Est. 1960

THE REALIST | ONE17 NOTES MAGAZINE | AUTUMN/WINTER 2018 | ISSUE 9

Q&A

with Artist

Darren Baker

Artwork courtesy of © Darren Baker

    the

Realist

Flamenco © Darren Baker

Regardless of your undoubted talent, you seem to epitomise the old saying that the harder you work, the luckier you get. Do you feel you’ve had to struggle for your success or that you’ve led a charmed life so far?

Most overnight successes are years in the making. I have had some helpful breaks but ultimately I’ve worked very hard to develop the talent I have over a very long period.  That quotation about inspiration and perspiration certainly applies in my case. Work hard and the rewards will come.

 

Would it be fair to say that your work ethic comes from your grandmother?

Oh yes. She was a traditional Yorkshire matriarch who instilled the work ethic into me from a young age. She taught me that you need determination, a steely nerve and ambition if you wanted to make something of yourself.

 

It would seem that drawing and painting are part of your DNA; does all your research and study come easily on the back of natural talent?

I wouldn’t say that! It’s true that I seem to have a natural ability to draw and paint but that’s not enough on its own. College and twenty years as a professional artist have taught me you need to mix talent with good old-fashioned hard graft.

 

You seem to have understood the need to promote yourself and put yourself in front of the right people from an early age; are you naturally outgoing or did you have to overcome shyness to do that?

At school I was painfully shy. But the older I got and the further into my career I advanced it became obvious that meeting and greeting was essential. Like anything else in life I decided that if I was going to do it, I might as well be good at it! It’s no different from most skills – you may never be Olympic standard but work at it and you can become as proficient as you need.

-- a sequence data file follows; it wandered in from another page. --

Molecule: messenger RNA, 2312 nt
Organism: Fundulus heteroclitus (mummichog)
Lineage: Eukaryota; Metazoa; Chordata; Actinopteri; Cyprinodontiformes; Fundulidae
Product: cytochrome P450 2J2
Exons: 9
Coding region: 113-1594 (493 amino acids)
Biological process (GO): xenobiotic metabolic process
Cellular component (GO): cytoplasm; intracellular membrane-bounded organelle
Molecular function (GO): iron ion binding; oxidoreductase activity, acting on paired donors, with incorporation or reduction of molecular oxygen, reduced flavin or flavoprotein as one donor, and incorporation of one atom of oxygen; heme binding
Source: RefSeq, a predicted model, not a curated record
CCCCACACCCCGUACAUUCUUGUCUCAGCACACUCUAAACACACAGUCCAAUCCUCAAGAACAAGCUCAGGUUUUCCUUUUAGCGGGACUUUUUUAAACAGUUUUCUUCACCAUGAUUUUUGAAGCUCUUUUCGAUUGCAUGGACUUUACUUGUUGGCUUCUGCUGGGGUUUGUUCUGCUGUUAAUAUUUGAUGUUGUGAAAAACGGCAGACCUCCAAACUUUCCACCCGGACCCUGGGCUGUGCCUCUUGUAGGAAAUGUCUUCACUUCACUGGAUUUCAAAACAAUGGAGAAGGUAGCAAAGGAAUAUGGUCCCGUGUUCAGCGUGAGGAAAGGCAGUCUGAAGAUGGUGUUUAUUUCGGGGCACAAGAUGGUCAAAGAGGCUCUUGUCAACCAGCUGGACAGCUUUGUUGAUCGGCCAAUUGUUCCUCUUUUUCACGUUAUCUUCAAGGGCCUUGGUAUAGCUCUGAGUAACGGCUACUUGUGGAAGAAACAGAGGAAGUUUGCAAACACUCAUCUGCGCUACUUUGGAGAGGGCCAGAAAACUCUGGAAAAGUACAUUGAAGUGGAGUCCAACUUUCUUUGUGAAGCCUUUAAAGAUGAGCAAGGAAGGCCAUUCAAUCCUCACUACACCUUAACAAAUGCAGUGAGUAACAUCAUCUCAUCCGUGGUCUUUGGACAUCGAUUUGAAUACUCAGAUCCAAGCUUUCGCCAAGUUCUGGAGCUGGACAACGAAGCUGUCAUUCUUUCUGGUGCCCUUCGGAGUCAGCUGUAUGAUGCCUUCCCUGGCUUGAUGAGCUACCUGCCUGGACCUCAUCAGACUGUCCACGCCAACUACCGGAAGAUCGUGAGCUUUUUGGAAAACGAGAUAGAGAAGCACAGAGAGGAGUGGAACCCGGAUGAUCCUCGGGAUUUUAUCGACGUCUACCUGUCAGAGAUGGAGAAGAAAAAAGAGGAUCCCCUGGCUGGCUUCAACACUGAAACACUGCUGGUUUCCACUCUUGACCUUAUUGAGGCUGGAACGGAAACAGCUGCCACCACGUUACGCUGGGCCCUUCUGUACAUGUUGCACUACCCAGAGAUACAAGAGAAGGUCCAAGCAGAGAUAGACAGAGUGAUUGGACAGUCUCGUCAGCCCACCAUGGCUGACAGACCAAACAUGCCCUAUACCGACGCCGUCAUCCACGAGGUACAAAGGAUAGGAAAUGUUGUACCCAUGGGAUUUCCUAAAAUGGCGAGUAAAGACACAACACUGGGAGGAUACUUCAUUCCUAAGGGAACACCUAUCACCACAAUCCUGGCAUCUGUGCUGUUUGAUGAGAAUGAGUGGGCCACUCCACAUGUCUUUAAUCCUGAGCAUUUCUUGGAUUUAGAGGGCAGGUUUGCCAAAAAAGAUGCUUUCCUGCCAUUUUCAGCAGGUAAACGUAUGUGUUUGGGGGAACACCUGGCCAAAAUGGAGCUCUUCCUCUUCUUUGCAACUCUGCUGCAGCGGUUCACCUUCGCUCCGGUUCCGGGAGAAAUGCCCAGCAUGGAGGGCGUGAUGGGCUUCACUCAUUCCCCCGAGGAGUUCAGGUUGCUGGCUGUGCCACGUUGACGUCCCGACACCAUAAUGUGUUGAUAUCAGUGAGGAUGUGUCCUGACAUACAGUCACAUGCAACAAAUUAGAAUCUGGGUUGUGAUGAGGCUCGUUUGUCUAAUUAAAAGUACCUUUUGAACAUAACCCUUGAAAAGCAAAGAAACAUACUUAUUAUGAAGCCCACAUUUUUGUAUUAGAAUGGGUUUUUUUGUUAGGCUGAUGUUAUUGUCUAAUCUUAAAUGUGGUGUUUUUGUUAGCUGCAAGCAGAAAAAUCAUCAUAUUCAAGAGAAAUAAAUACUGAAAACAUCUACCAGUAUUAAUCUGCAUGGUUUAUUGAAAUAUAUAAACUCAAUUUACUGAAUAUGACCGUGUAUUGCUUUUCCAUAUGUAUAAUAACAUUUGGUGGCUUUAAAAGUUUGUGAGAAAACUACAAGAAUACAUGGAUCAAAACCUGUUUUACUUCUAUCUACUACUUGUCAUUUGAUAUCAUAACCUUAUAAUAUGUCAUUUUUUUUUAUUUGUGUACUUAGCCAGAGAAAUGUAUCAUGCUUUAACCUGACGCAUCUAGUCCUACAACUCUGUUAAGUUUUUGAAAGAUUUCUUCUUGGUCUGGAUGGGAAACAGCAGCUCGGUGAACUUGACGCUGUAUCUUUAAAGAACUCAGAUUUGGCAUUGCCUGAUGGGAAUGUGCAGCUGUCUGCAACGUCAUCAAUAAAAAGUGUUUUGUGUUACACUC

Sport and royalty feature strongly in your story and in some cases at the same time. Have you found that one contact has lead to another in these fields once you made the initial breakthrough?

Word of mouth is the best recommendation. Once I’ve made one contact that person tends to act as an ambassador for me and I’ll find myself perhaps months later getting a call from a complete stranger who’s approached me because of that first contact. It’s a snowball effect – start small and things naturally grow and gather pace.

 

Given the exalted company you keep did you ever feel that your background affected your opportunities?

I think not attending a London art college was a drawback. There is definitely a London scene and a gallery industry where I’m sure it helps to have attended the RCA or Central St Martins for example.

Then again if your work is good enough and you don’t let yourself be put off (persistence again) you can break through. Nobody’s going to pass on quality work because of how an artist speaks.

Self portrait © Darren Baker

Life 1 © Darren Baker

Classical Horse © Darren Baker

It sounds straightforward and there is a certain rhythm to how I work but each picture has its own demands and foibles – the path of fine art never seems to run entirely smooth.

Portrait of Her Majesty The Queen  © Darren Baker

Jonny Wilkinson CBE  © Darren Baker

Delicate Silk  © Darren Baker

You’ve said that there was a certain resistance in college days to your highly realistic style; did you ever find that difficult?

I would have to say I experienced some insecurity at first. Teaching concentrated on conceptual art which was not my thing at all but as I got to know some of the tutors rather better they were very supportive.

In fact I remember a drawing tutor saying to me near the end of my course “You should go and paint the Queen”. That set a thought in my head and fifteen years later that is precisely what I did.

Does your working style set you apart from fellow artists or do you have a lot of friends who are also artists?

Being a studio artist can be quite a solitary occupation but recently I’ve been doing more dealing and that has brought me into contact with a whole new group of artists. I have to say that bouncing ideas off other artists is really helpful and keeping in touch is a good counterpoint to all those days working alone.